Attachment Maintenance Tips

Attachment Maintenance

Keep Costs Down and Extend the Life of Your Attachments

Hydraulic Hammers

This three part inspection will keep your hammer healthy.

  • Check for fit and check for leaks
    A loose or poorly fitting attachment can quickly cause problems on a machine. Regularly inspect hoses and fittings for cracks or potential leaks. Also, make sure that hoses, fittings and shielding fit securely.
  • Keep them clean and lubricated
    Attachments should be power washed on a regular basis to remove dirt, debris, and other contaminants that can damage connectors. Once clean, apply lube or grease, but only after consulting the manufacturer's recommendations. Specific machines require specifically formulated agents. Standard grease is not acceptable for most hammers.
  • Lock check
    Inspect locking mechanisms for any bending or stiffness that may damage the attachment or machine. Attachments should go on and come off smoothly. Never pry an attachment or otherwise force it on or off.

Best Practices

  • Keep hydraulic hose ends clear. Never let them fall into dirt or sand.
  • Make sure the hammer’s in and out ports are closed on the jobsite to prevent dust and sand from entering.
  • Once a week, or every 10 work hours, take out and inspect the retaining pin and tool.
  • Monthly, or every 50 work hours, check the tool shank and bushings for wear. Also inspect hydraulic hoses for cracks, holes or other damage.
  • Service hammers annually, or every 600 work hours.
Buckets & Teeth

Bucket Inspections
Buckets look tough, but they need extra care. A properly maintained bucket is more cost effective because it digs and breaks out more efficiently, reducing fuel consumption and boosting work rate. Here are some tips on how to keep your bucket functioning well.

Mounting Hinges
Inspect the mounting hinges weekly. Small cracks grow fast, so they should be immediately addressed.

Front Leading Edges and Corners
Check for thinning or cracking. If there is any, corners should be replated and thickened to increase bucket lifespan. Unchecked damage can lead to corner failure during heavy lifts or, even worse, could tear out the bucket edge, requiring replacement.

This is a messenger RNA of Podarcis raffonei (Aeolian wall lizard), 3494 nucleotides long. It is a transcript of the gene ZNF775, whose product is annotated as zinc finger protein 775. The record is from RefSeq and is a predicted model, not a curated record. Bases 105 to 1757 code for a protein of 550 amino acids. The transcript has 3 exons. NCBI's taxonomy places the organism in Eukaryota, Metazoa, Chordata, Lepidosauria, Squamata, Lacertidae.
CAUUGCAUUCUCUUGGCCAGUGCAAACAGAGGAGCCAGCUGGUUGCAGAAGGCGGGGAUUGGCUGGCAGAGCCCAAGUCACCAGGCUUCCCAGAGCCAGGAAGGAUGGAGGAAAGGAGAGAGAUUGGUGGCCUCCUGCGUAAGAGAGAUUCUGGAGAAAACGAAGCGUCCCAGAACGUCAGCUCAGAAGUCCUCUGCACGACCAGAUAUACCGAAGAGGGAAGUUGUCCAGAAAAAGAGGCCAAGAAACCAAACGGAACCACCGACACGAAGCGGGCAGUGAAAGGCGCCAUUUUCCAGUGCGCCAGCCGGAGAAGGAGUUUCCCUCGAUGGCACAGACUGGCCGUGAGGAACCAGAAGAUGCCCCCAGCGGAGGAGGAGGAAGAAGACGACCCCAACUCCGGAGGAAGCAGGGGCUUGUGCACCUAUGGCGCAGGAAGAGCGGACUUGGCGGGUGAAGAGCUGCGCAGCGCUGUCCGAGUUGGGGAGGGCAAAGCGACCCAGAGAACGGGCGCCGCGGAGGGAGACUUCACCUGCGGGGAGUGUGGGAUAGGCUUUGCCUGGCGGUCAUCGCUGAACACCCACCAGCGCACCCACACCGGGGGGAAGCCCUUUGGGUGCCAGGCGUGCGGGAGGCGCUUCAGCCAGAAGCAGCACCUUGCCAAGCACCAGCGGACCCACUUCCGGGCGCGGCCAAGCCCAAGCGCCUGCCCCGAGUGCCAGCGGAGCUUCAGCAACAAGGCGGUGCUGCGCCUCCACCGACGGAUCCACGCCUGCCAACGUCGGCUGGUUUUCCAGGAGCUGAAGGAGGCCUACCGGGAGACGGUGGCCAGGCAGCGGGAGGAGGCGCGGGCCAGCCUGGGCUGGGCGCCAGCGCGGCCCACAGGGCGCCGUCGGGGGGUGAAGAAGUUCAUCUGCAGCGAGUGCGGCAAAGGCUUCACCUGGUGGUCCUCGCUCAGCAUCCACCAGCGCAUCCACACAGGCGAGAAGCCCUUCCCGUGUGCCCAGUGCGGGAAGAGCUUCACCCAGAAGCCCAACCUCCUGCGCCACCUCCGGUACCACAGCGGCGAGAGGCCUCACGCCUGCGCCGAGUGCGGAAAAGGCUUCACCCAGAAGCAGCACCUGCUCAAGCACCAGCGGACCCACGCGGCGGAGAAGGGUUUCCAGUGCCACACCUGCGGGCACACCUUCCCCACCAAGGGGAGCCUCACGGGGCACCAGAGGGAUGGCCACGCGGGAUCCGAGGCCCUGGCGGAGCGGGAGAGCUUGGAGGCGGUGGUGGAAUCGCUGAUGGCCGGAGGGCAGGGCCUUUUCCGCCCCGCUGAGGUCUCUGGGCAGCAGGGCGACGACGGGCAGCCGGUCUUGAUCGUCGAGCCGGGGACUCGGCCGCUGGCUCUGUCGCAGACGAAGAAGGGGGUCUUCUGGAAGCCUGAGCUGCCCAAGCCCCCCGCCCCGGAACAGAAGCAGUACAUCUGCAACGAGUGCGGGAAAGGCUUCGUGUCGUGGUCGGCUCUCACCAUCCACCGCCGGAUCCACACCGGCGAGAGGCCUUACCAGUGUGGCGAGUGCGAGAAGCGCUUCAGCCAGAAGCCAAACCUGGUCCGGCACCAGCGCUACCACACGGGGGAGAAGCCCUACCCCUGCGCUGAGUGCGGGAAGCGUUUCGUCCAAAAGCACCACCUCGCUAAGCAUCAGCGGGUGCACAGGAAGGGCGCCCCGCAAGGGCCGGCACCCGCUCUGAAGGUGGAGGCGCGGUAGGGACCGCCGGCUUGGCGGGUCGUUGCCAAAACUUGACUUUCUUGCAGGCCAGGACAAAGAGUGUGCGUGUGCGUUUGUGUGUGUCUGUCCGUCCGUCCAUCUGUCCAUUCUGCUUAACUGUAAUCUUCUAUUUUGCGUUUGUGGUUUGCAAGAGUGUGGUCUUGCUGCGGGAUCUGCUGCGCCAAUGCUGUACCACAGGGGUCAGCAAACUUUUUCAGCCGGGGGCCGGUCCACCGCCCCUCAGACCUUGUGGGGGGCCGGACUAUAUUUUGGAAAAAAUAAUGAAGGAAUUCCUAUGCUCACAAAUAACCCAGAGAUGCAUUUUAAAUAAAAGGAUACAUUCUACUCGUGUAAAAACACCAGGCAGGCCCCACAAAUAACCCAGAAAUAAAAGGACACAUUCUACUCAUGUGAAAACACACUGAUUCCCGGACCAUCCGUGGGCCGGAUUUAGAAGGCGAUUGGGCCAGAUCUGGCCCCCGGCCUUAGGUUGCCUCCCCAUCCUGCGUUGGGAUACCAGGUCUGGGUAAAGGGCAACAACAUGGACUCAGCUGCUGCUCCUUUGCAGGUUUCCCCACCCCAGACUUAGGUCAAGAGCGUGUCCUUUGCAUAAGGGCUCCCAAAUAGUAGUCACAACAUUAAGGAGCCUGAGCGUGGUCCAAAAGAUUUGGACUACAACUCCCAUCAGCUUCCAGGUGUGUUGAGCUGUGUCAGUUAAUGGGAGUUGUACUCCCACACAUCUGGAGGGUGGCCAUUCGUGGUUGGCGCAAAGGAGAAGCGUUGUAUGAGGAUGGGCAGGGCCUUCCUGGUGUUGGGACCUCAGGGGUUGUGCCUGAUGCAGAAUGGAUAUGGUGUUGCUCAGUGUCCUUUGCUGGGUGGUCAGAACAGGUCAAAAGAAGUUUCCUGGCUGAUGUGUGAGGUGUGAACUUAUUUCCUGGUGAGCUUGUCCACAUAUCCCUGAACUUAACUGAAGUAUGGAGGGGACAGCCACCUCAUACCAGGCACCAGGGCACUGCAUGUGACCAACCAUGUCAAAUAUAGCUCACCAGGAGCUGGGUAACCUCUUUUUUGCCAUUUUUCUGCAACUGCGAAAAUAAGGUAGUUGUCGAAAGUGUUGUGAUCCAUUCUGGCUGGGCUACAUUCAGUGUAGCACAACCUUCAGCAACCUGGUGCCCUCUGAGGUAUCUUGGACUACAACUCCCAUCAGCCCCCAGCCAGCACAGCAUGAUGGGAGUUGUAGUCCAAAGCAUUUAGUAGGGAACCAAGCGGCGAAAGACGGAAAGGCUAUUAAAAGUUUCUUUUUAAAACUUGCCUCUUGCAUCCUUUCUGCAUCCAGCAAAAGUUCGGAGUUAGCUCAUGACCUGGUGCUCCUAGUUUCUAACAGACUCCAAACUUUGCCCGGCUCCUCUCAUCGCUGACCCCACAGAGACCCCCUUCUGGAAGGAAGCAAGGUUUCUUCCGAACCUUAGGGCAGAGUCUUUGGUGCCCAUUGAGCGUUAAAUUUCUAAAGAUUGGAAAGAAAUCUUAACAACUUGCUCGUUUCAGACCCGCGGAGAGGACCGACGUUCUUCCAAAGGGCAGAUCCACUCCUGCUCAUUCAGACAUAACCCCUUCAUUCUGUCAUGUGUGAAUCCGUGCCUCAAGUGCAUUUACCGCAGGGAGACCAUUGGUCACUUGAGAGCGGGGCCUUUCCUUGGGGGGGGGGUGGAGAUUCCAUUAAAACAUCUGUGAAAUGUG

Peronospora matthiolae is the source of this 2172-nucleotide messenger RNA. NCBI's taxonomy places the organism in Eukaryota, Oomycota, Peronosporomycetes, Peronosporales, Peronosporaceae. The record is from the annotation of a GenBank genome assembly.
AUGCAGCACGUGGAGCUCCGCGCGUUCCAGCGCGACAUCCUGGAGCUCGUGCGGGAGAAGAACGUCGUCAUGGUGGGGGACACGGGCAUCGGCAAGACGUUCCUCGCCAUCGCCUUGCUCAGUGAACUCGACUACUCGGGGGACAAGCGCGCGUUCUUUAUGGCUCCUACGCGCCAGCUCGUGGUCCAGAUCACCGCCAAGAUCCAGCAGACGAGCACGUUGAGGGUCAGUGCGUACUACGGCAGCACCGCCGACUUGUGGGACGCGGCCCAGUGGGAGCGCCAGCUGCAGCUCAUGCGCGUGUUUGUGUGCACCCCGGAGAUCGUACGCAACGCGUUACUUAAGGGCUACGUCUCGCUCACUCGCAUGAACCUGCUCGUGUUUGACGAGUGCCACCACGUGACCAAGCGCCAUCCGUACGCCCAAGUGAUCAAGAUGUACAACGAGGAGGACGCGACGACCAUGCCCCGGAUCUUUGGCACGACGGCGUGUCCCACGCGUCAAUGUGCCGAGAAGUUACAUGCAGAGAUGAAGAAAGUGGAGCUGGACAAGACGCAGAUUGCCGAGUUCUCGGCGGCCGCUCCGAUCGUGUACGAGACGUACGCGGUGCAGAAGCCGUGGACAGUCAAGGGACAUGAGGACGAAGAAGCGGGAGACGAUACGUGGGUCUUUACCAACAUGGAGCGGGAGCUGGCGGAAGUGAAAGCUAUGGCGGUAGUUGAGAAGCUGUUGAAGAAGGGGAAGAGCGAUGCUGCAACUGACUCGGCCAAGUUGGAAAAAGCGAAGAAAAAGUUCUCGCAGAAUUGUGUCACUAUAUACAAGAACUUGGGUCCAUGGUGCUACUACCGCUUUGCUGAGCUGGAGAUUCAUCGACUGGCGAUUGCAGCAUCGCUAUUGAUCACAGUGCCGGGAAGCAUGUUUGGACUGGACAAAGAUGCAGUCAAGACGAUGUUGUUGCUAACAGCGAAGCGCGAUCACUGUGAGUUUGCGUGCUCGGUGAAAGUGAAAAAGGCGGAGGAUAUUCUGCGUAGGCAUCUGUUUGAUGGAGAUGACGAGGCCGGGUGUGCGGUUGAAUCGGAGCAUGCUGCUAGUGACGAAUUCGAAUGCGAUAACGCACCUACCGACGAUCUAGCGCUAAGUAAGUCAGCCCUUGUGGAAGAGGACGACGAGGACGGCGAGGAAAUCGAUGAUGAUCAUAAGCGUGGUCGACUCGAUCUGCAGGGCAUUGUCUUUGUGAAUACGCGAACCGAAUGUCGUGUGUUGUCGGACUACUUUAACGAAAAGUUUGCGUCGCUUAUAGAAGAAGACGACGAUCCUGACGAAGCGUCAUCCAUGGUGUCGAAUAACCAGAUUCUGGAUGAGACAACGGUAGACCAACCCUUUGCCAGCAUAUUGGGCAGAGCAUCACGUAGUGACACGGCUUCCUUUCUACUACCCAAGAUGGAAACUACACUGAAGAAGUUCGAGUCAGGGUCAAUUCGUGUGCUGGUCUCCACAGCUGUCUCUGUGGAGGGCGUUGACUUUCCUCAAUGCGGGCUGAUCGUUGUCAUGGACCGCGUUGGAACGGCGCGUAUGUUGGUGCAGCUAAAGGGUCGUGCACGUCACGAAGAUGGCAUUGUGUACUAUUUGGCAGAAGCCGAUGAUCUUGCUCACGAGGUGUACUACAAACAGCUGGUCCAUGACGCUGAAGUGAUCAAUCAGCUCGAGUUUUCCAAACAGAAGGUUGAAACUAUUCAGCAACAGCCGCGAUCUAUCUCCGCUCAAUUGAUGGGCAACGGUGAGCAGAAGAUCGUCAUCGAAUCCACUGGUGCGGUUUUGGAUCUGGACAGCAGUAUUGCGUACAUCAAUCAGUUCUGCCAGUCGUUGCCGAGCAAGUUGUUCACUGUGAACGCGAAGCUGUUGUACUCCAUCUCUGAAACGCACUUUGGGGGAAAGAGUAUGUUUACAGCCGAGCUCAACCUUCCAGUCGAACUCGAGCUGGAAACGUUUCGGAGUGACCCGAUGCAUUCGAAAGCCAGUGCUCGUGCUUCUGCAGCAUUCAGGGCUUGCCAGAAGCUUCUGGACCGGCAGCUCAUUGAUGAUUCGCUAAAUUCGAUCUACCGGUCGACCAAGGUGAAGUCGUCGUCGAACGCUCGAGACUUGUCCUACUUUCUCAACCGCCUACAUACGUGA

Bucket Edges
Look for signs of distress. If there are any, unworn reversible edges can be rotated. If you don’t have reversible edges, take the bucket in for service to prevent more costly damage.

Bucket Teeth
Regularly rotate your bucket teeth. They will last longer and work more efficiently. Also, be sure to inspect corner teeth. These wear faster but, luckily, can often be moved to the center to expand their usefulness. The same goes with lower edge teeth, which wear faster—these can often be turned upside down to distribute wear more evenly.

Missing Teeth?
Stop. Do not use buckets that are missing any teeth. With these spaces, the adapter nose erodes, resulting in a poor fit when new teeth are installed.

Correct Bucket Teeth?
There are a variety of bucket teeth for various tasks. For example, abrasive teeth are best for coal, while penetration teeth work better on rock. Check to make sure you’re using the right ones for your job.

Lubrication. Again.
As with hammers, buckets must be kept oiled or greased. This practice is the most cost effective and simplest way to maintain your buckets.

Check Pins and Bushings for Wear
Worn pins and bushings put undue stress on the machine, resulting in less control, which can lead to expensive and complicated repairs. Inspect them for wear and tear as a preventive measure.

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